Ever since his first days as a portraitist, shooting in the 70s mainly in the streets of poor or working-class New York neighborhoods, Dawoud Bey has been preoccupied with the ethical issues surrounding the act of photography. Uncomfortable with the feeling that street photographers are nothing but "muggers," Bey has always tried to share the experience with his subjects. After shooting in a shop or diner with his 35-millimeter camera, he'd return with prints to give to his subjects, but as often as not he'd be unable to locate them.
When he switched to a large format Polaroid camera and positive/negative film, the transactions became simpler. The huge camera made his intentions perfectly clear, and each shot gave him a print for his subject and a negative. Eventually he began working in a studio instead, a change of venue that dovetailed with his goal of bringing people of color out of the background of American life and into the foreground. The neutral setting heightens the emphasis on the subject and eliminates extraneous information that might contribute to preconceptions.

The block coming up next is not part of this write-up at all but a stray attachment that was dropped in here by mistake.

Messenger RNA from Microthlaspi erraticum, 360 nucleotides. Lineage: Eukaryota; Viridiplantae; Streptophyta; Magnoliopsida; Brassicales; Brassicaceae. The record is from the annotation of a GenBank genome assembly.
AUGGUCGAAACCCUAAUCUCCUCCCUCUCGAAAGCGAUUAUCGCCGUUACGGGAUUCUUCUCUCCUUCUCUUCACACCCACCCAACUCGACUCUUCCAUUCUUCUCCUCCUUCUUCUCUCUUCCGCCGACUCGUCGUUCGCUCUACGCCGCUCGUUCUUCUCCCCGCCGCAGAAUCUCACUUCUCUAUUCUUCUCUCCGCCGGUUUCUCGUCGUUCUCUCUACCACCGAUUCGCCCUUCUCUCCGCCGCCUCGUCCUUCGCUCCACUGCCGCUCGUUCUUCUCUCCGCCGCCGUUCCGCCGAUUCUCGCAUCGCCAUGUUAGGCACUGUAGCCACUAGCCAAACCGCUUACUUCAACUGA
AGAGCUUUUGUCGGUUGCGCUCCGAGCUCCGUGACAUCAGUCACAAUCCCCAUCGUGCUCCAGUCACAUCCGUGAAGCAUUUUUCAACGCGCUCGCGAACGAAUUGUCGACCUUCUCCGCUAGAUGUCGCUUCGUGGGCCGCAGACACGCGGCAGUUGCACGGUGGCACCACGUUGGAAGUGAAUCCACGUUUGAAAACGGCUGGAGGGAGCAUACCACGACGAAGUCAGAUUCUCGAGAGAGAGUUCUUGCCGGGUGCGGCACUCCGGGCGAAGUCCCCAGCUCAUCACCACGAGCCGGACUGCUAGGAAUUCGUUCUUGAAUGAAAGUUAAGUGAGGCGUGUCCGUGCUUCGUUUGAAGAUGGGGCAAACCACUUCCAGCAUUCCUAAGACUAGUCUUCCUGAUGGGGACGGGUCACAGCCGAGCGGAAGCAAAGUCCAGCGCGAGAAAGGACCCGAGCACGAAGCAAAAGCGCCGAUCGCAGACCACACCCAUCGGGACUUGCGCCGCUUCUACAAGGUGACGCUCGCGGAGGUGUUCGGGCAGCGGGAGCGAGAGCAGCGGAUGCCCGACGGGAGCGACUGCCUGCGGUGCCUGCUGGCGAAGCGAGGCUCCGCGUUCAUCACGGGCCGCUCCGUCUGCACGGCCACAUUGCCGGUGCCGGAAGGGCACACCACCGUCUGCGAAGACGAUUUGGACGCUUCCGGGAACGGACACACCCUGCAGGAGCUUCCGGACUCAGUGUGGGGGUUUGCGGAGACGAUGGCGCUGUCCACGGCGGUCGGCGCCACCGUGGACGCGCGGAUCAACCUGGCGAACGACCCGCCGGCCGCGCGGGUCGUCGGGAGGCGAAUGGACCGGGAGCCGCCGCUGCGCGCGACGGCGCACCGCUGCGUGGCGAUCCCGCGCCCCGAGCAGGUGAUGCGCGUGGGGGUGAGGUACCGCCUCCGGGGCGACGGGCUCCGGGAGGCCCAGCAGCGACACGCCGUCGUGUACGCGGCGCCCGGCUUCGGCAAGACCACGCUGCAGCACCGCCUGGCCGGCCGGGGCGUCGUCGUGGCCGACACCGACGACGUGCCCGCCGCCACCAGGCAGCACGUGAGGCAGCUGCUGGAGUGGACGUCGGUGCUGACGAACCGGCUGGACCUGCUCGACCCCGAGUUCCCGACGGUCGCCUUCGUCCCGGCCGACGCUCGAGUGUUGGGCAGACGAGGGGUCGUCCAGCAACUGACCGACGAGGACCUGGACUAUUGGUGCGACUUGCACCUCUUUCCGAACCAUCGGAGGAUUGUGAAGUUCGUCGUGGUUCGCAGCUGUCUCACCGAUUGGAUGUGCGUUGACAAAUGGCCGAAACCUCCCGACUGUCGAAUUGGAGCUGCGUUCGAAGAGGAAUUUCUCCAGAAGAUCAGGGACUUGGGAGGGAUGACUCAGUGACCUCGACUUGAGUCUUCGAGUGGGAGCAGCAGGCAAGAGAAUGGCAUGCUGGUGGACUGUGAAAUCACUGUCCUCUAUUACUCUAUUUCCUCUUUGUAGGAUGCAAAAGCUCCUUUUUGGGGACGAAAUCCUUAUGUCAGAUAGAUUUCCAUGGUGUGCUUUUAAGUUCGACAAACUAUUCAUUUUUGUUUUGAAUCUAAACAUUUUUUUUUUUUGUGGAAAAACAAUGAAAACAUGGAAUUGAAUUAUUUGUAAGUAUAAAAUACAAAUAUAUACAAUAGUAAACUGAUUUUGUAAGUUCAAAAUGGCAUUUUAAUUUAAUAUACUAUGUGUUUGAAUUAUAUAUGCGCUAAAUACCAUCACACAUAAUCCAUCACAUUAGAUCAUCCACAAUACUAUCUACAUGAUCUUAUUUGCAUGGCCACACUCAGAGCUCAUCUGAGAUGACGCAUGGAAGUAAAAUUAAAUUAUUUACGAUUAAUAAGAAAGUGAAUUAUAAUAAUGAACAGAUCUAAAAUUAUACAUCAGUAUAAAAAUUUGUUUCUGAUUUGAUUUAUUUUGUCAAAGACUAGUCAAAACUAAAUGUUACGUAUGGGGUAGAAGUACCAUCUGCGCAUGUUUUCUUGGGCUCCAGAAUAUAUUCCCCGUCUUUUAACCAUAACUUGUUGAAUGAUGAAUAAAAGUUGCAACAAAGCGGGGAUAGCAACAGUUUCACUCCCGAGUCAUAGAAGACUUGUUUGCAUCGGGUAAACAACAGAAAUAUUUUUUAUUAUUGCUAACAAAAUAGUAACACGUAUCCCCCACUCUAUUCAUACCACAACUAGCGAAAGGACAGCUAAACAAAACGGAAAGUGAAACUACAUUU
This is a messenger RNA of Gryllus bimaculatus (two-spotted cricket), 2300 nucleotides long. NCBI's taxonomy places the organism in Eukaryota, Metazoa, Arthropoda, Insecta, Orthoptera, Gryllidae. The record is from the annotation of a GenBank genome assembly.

Bey remains mindful, he says, that historically portraiture has been reserved for the upper classes, and of the subtle controversy in urging his black subjects to gaze unflinchingly at the camera. He reminds us that not too long ago a black person could be killed for looking a white person in the eye.
Bey recently set up studios at Columbia College and Providence-Saint Mel High School and began photographing students there. He's also been teaching them about photography and trying to demystify his role as a professional artist, in hopes that some of them will explore their own creativity. An exhibit of the life-size color Polaroid prints opens next Friday, November 19, at Columbia's Museum of Contemporary Photography, 600 S. Michigan; hours are 10 to 5 Monday through Friday and noon to 5 Saturday. is free. Next Thursday, November 18, at 6:30 Bey will give a public talk about his work in the college's Ferguson Theater. Admission is $5; Call 663-1600 for more info.